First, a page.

With the release of Night at the Speakeasy, produced by Grammy® Award-winner Guy Eckstine and co-produced by drummer Rob Garcia, the rest of us finally have the chance to revel in the sounds of the Delancey Five and their Moscow-born chanteuse, Svetlana Shmulyian (Eckstine called her "Astrid Gilberto via Moscow"). This is no strict throwback band, however; the repertoire on their debut album combines swing-era classics with modern pop songs by the Beatles and the Beach Boys, and original tunes from the pen of Svetlana and her bandmates, who are also noted for their work in the straightahead and modern jazz worlds. There's even a tune by the Russian-German trumpeter/composer Eddie Rosner sung by Svetlana in her native tongue.
"No other band on the hot jazz and swing scene would do a song in Russian," says Svetlana with considerable understatement. "I'm interested in songs in any genre. I wanted to write and record songs that you could dance to but that you could also listen to on the radio, in the car, or wherever. It's music that makes you smile."
Indeed, it's hard to suppress a grin when Svetlana's sweet, winsome tones intertwine with the warm, gravelly voice of legendary trombonist Wycliffe Gordon. Over the years that Svetlana has been performing on the New York jazz scene, Gordon has become a mentor and collaborator, contributing several arrangements to Night at the Speakeasy along with singing and playing on the album. "Wycliffe has a natural chemistry with the band," Svetlana says. "He's truly one of the most professional, supportive musicians and band members that I know. He behaves like a soldier in an army that I lead, and then when he steps out the whole room lights up in a different color."
Gordon joins an all-star band that includes drummer Rob Garcia, a bandleader on the modern Brooklyn scene as well as an in-demand sideman (Wynton Marsalis, Anat Cohen, Woody Allen, Vince Giordano, Dianna Krall); Australian-born reeds player Adrian Cunningham, (lead alto saxophone for Vince Giordano and the Nighthawks, Wycliffe Gordon, Professor Cunningham and His Old School); trumpeter Charlie Caranicas (Independence Hall Jazz Band, the Karrin Allyson Group, Chico O'Farrill's Afro-Cuban Jazz Orchestra); master ragtime and stride pianist Dalton Ridenhour (Bria Skomberg, Vince Giordano); bassist George Delancey (Winard Harper, Christian Howes, Richard Galliano, Aaron Diehl); and guitarist Vinny Raniolo (longtime collaborator with Frank Vignola).
Every Monday the band plays for a packed crowd combining swing dancers, jazz aficionados, and those Svetlana refers to as "jazz curious" at the Back Room, one of only two speakeasies from the days of Prohibition still operating today. Located behind Ratner's Deli on Delancey Street (hence the name of the band), the clandestine bar was purportedly the haunt of such underworld notables as Meyer Lansky and Lucky Luciano.
Since forming in the spring of 2012, Svetlana & The Delancey Five have gone on to consistently sell out a number of renowned New York jazz venues including the Blue Note, B.B. King's, Ginny's Supper Club, Zinc Bar, City Winery, and Kitano while maintaining their home base at the Back Room. The band has also become one of the most in-demand features at the numerous sold out hot jazz and swing events (Prohibition Production, Gemeni & Scorpio, Times Square flashmobs which consistently draw hundreds of attendants) - as well as secured residencies in popular Brooklyn spots whereby seamlessly integrating into the thriving Brooklyn music scene. It's an interesting culmination of the story of a Russian girl who grew up singing, studying piano and classical vocal, singing in traditional Russian choirs - but, at insistence of her family of engineers, studied a more practical subject of mathematics.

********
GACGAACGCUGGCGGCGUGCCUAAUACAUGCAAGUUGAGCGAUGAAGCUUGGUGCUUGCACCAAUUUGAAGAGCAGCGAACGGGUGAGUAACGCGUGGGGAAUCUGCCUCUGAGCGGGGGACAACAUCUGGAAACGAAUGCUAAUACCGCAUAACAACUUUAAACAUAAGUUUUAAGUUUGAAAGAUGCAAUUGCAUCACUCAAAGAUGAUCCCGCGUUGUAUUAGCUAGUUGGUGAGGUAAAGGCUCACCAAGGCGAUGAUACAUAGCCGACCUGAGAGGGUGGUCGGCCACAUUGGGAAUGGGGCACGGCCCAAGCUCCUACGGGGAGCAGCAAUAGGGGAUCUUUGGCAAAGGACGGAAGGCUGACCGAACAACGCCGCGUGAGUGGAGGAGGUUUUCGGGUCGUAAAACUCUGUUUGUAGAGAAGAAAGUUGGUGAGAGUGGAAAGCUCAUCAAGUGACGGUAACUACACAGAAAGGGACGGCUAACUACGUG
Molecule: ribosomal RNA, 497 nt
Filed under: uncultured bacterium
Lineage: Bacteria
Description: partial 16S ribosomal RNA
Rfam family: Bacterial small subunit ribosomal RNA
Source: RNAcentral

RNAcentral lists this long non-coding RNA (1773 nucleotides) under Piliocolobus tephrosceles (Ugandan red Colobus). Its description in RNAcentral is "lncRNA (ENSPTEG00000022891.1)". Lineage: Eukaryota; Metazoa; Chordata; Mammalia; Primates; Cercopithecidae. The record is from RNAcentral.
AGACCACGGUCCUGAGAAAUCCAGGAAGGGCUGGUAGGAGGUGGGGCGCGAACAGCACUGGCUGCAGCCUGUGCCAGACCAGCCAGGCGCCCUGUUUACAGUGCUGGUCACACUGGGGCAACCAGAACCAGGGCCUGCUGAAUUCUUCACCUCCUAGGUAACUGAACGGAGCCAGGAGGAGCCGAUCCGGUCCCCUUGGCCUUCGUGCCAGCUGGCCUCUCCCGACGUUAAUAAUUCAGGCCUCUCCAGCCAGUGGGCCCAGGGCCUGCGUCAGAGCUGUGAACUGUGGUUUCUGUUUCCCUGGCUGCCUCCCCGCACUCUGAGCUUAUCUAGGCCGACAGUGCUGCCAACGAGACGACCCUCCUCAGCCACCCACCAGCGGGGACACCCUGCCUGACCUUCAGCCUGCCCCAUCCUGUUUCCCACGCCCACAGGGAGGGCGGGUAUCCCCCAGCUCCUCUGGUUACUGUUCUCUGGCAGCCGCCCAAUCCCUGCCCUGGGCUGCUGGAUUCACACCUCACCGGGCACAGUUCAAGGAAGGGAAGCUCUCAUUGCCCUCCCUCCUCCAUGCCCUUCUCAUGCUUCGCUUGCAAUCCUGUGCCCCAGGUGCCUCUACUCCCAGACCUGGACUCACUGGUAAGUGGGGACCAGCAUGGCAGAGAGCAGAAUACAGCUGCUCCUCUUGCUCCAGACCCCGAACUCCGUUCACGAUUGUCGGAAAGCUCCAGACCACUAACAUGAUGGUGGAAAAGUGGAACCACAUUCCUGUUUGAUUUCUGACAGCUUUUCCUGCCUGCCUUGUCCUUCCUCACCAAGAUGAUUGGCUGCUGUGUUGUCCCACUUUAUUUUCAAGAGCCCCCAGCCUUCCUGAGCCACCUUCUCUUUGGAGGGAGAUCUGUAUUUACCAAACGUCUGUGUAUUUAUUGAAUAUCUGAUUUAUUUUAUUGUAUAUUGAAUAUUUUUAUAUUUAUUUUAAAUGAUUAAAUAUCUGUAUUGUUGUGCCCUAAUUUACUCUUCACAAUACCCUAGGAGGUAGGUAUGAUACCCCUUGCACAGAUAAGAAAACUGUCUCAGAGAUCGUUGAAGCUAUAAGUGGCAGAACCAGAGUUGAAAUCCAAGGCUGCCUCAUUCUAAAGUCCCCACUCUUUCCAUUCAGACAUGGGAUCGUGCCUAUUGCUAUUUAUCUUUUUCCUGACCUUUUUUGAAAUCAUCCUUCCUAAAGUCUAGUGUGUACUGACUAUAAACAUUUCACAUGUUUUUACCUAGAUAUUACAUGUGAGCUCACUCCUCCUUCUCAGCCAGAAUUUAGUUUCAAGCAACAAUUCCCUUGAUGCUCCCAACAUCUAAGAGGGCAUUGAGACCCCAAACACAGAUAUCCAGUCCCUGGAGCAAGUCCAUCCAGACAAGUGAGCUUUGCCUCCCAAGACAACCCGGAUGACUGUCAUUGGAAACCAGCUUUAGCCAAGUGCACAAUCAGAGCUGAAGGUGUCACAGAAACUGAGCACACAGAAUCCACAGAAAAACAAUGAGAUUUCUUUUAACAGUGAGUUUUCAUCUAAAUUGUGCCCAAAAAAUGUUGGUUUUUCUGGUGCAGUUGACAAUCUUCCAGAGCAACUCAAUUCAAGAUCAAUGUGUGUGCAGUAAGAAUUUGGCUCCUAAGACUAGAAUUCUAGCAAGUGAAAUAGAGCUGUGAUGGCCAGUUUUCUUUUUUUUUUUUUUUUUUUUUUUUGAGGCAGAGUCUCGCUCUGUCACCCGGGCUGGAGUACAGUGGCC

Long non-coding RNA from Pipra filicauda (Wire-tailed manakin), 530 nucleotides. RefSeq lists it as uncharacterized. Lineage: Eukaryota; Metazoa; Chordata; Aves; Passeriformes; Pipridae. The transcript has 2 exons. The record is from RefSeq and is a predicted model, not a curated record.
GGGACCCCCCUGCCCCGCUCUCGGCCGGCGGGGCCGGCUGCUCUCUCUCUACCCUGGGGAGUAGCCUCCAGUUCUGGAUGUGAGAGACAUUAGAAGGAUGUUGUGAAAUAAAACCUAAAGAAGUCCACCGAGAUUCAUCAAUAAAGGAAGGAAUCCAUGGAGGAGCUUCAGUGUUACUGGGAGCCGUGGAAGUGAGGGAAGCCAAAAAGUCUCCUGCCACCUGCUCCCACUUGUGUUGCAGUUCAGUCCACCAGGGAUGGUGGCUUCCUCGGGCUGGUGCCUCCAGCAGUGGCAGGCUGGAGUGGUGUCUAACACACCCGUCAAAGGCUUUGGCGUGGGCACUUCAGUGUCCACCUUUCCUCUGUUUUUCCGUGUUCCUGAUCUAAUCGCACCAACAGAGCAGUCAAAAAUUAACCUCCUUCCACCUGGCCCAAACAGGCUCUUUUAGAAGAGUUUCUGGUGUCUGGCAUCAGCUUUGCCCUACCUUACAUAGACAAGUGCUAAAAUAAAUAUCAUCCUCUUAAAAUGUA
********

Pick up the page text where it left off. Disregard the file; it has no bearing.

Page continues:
It's not an immigrant story that begins in hardship, however. "I had a fabulous, happy childhood in the dark concrete buildings of Moscow," Svetlana recalls. "I have a great family and I guess that's where it starts and ends - it doesn't matter where you are or how long you have to stand in line to get bread and butter. I come from a family of nerds and engineers and the reality of becoming a full-time artist seemed really far-fetched, but in my heart of hearts I always knew I was an artist."
However after completing her mathematics degree with high honors in Moscow - Svetlana enrolled in Moscow College of Improvised Music and Jazz. Still the scholarship landed her in New York - where she arrived with one suitcase and a guitar on a crisp autumn day. Soon thereafter she was playing occasional gigs by night. It wasn't until the late 2000's that she turned her full attention to being a musician, after forming a band for a summer music festival. "I was immediately hooked," she says. "We do this because we couldn't imagine our lives without it. The exhilaration of coming together with other musicians and producing this most abstract work of art, there one minute and gone the next, keeps you wanting to go back so badly."
After a few years singing in a variety of contexts and languages, Svetlana fell into the hot jazz and swing circuit, finding the exhilaration in singing songs she listened to on old LPs since she was a kid and feeling highly energized by singing for mixed audiences of listeners and dancers. In a way that style harkened back to her earliest jazz experience, when she took her school lunch allowance to a Moscow department store determined to buy the album with the highest number of songs, whatever it was. That ended up being 30 By Ella, Ella Fitzgerald's 1968 recording of a half-dozen medleys arranged by Benny Carter.